Despite my issues above, the burgeoning relationship between Allison and Natalya completely stole my heart – I adored their interactions so much that I forgave everything else. Allison is the last person you’d suspect would get under Natalya’s skin and yet…it completely made sense. The author really sold what it was about this ‘mouse’ that reluctantly intrigued Natalya – in some of the other books I’ve read with this trope, the only reason the assassin spares their mark is the tedious undeniable sexual attraction they have, which always irritates me because that’s such a lame excuse for a professional assassin to renege on a job. But Allison manages to surprise Natalya, which intrigues her because she’d been conducting surveillance for two weeks and thought she’d pigeon-holed Allison and knew everything about her, so for this unassuming target to demonstrate some character growth and unexpected depths, of course that would arrest Natalya’s attention. Partly professional pride, wondering what else she’s missed, and partly reluctant personal interest. 😉
It’s interesting just how well-matched these characters are, even though they’re complete opposites, but they bring out hidden qualities in each other – Natalya, with her cutting brand of tough love, encourages Allison to put herself first instead of doing what’s best for those around her. And Allison, with her resilience and emotional intelligence, chips away at Natalya’s walls and has her examine whether she really is an island unto herself or whether there could be room for love in her life.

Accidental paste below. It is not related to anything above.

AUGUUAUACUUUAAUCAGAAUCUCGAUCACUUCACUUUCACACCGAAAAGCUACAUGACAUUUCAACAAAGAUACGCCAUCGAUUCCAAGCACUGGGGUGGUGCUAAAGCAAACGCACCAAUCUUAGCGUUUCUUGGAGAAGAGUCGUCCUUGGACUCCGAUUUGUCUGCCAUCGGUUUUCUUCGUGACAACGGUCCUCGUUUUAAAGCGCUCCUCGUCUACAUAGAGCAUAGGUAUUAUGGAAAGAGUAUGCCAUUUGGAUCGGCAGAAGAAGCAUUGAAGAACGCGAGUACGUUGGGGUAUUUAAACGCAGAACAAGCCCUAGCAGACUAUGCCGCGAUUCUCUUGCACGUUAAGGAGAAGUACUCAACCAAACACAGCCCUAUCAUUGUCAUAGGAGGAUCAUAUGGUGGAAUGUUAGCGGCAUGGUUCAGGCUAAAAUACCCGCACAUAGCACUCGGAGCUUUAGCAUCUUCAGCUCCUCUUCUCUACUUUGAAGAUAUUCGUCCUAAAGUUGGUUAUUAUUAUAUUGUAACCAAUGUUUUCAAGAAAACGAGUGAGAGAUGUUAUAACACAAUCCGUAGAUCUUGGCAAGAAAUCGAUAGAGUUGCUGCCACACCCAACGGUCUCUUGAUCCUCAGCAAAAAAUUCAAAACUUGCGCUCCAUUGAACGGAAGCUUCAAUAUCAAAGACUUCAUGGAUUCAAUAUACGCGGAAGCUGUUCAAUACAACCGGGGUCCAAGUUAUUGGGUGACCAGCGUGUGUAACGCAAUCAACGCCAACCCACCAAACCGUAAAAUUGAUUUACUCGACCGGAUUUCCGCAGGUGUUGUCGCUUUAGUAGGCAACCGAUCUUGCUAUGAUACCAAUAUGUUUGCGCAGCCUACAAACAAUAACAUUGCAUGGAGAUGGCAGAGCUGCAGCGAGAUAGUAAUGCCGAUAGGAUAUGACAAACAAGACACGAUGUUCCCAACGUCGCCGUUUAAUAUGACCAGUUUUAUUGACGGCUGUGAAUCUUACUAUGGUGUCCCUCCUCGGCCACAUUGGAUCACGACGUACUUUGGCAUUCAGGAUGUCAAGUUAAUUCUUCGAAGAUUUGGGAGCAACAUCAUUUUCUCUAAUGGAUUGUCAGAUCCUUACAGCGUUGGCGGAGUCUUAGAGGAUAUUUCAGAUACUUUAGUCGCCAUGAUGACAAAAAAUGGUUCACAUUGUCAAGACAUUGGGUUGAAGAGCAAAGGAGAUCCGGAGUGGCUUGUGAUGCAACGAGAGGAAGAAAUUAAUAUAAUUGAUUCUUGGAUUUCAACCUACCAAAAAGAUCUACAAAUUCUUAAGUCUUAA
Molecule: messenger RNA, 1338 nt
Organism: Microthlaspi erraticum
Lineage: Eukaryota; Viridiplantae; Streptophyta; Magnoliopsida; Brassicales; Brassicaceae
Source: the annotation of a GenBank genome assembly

I know I’ve been focusing a lot on the romance angle, because that’s what hooked me in and why I kept reading (DO THESE TWO IDIOTS END UP TOGETHER OR NOT?! I honestly had no idea whether there would be a happily-ever-after or not), but the story has so much more to offer. There is a compelling mystery, there’s the messy gangland politics Natalya navigates as Requiem as well as the assassinations she undertakes, there’s a focus on Natalya’s day job as a professional cellist (instead of paying lip service to her carer, this is a fully-fleshed aspect of her character) and the individual character arcs that Natalya and Allison explore apart from each other.
I loved how many twists and turns this story took, it was never predictable! And there was a moment halfway through that left me completely gobsmacked, I literally had to put my phone down and stare at the wall to process the new development! The author has a whole slew of tricks up their sleeve and had me at their mercy the whole way through, eager to read more. The relationship between the main characters was wonderfully complex, not just based on typical physical attraction, and that’s exactly what I love to read – a carefully developed, organic and well-paced romance that is consistent with their personalities. I found this to be a very thrilling and satisfying reading experience! ❤
Personal Rating: 4 out of 5 kitties approve this book!
Disclaimer: I received a digital copy free from Ylva Publishing via NetGalley in exchange for an honest review.